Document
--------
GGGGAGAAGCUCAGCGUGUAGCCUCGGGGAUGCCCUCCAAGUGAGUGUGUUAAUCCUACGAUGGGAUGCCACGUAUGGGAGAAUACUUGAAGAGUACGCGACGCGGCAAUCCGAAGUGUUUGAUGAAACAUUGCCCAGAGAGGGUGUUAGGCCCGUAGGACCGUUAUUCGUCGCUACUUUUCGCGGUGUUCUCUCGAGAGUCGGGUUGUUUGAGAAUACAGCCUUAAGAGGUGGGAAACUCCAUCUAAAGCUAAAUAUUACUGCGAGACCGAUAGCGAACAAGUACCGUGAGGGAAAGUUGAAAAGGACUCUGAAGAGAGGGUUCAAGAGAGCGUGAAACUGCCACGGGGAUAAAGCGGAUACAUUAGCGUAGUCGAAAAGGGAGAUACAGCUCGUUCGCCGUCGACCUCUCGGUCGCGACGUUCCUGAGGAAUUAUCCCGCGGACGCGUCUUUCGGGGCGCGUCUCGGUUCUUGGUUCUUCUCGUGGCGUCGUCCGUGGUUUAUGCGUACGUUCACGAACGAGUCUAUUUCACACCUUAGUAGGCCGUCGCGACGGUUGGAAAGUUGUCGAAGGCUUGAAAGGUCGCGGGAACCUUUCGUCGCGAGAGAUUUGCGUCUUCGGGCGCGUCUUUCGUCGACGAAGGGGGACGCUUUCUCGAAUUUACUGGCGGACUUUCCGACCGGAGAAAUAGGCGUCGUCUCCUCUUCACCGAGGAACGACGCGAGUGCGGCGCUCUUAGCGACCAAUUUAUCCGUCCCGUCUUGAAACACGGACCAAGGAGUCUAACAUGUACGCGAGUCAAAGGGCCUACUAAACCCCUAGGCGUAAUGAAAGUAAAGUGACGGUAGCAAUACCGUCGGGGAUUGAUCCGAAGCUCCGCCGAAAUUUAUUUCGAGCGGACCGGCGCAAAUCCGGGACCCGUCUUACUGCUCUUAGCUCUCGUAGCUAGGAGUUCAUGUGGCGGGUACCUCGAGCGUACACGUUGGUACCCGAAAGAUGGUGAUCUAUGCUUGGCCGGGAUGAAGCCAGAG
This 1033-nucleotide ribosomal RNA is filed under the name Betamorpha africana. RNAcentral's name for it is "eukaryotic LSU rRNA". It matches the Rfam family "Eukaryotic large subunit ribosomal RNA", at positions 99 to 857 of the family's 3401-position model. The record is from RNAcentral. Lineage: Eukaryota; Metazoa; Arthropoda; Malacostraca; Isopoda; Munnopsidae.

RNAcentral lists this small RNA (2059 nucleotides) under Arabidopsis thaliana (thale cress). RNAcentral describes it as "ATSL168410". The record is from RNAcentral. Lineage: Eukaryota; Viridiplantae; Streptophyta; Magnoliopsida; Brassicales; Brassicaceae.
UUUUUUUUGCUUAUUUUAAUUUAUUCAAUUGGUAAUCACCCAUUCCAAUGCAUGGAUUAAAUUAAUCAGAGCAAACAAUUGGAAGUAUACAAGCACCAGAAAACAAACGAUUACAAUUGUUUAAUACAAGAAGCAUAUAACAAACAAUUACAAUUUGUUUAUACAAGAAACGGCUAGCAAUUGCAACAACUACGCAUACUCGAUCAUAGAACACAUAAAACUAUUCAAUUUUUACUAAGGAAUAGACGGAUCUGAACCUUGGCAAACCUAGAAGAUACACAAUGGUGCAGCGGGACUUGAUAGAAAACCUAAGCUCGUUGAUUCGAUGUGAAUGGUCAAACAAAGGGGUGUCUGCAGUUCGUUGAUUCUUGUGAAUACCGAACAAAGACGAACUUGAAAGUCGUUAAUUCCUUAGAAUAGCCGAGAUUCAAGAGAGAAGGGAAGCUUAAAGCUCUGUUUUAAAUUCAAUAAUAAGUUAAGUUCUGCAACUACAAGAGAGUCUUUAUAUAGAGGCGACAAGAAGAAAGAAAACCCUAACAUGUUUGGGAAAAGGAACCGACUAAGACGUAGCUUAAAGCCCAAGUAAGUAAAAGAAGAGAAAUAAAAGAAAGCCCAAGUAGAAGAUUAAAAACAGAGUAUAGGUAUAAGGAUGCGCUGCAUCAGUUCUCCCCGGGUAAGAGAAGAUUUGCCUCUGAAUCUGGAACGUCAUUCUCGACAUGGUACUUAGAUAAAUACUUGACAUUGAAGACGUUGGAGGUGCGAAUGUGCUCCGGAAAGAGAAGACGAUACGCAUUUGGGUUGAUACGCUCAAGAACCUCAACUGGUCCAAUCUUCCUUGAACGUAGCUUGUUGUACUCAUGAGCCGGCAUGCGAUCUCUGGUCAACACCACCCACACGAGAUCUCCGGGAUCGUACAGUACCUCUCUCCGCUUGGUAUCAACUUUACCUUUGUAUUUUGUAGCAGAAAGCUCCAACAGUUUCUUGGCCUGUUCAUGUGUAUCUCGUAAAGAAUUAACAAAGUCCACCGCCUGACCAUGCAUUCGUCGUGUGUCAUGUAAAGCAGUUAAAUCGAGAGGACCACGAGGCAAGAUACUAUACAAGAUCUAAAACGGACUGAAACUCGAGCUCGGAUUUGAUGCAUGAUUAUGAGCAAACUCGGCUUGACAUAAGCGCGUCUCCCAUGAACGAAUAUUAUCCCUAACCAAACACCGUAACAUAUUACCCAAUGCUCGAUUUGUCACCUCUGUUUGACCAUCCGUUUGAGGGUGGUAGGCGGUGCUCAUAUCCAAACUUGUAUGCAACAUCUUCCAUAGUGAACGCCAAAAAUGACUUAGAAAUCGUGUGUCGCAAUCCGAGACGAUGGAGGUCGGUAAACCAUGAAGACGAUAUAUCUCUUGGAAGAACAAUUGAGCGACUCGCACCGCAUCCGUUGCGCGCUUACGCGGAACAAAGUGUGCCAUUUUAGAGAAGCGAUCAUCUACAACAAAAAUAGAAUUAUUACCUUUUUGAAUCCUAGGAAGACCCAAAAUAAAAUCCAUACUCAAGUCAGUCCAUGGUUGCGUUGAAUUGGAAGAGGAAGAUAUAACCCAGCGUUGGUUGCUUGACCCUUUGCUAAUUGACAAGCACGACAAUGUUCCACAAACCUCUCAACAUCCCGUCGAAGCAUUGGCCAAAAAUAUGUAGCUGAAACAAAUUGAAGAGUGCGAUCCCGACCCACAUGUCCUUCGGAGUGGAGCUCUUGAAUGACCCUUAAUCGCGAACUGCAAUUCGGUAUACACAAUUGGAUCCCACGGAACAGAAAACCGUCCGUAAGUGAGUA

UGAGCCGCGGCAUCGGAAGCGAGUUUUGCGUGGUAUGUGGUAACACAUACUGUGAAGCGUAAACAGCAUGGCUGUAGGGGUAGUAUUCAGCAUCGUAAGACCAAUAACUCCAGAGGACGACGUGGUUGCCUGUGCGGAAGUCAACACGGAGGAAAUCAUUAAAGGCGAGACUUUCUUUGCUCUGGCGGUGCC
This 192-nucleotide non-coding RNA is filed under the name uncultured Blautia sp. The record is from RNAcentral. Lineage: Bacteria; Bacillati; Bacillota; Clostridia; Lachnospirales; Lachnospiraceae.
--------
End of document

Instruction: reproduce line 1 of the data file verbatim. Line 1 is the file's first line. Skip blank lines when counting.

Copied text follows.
GGGGAGAAGCUCAGCGUGUAGCCUCGGGGAUGCCCUCCAAGUGAGUGUGUUAAUCCUACGAUGGGAUGCCACGUAUGGGAGAAUACUUGAAGAGUACGCGACGCGGCAAUCCGAAGUGUUUGAUGAAACAUUGCCCAGAGAGGGUGUUAGGCCCGUAGGACCGUUAUUCGUCGCUACUUUUCGCGGUGUUCUCUCGAGAGUCGGGUUGUUUGAGAAUACAGCCUUAAGAGGUGGGAAACUCCAUCUAAAGCUAAAUAUUACUGCGAGACCGAUAGCGAACAAGUACCGUGAGGGAAAGUUGAAAAGGACUCUGAAGAGAGGGUUCAAGAGAGCGUGAAACUGCCACGGGGAUAAAGCGGAUACAUUAGCGUAGUCGAAAAGGGAGAUACAGCUCGUUCGCCGUCGACCUCUCGGUCGCGACGUUCCUGAGGAAUUAUCCCGCGGACGCGUCUUUCGGGGCGCGUCUCGGUUCUUGGUUCUUCUCGUGGCGUCGUCCGUGGUUUAUGCGUACGUUCACGAACGAGUCUAUUUCACACCUUAGUAGGCCGUCGCGACGGUUGGAAAGUUGUCGAAGGCUUGAAAGGUCGCGGGAACCUUUCGUCGCGAGAGAUUUGCGUCUUCGGGCGCGUCUUUCGUCGACGAAGGGGGACGCUUUCUCGAAUUUACUGGCGGACUUUCCGACCGGAGAAAUAGGCGUCGUCUCCUCUUCACCGAGGAACGACGCGAGUGCGGCGCUCUUAGCGACCAAUUUAUCCGUCCCGUCUUGAAACACGGACCAAGGAGUCUAACAUGUACGCGAGUCAAAGGGCCUACUAAACCCCUAGGCGUAAUGAAAGUAAAGUGACGGUAGCAAUACCGUCGGGGAUUGAUCCGAAGCUCCGCCGAAAUUUAUUUCGAGCGGACCGGCGCAAAUCCGGGACCCGUCUUACUGCUCUUAGCUCUCGUAGCUAGGAGUUCAUGUGGCGGGUACCUCGAGCGUACACGUUGGUACCCGAAAGAUGGUGAUCUAUGCUUGGCCGGGAUGAAGCCAGAG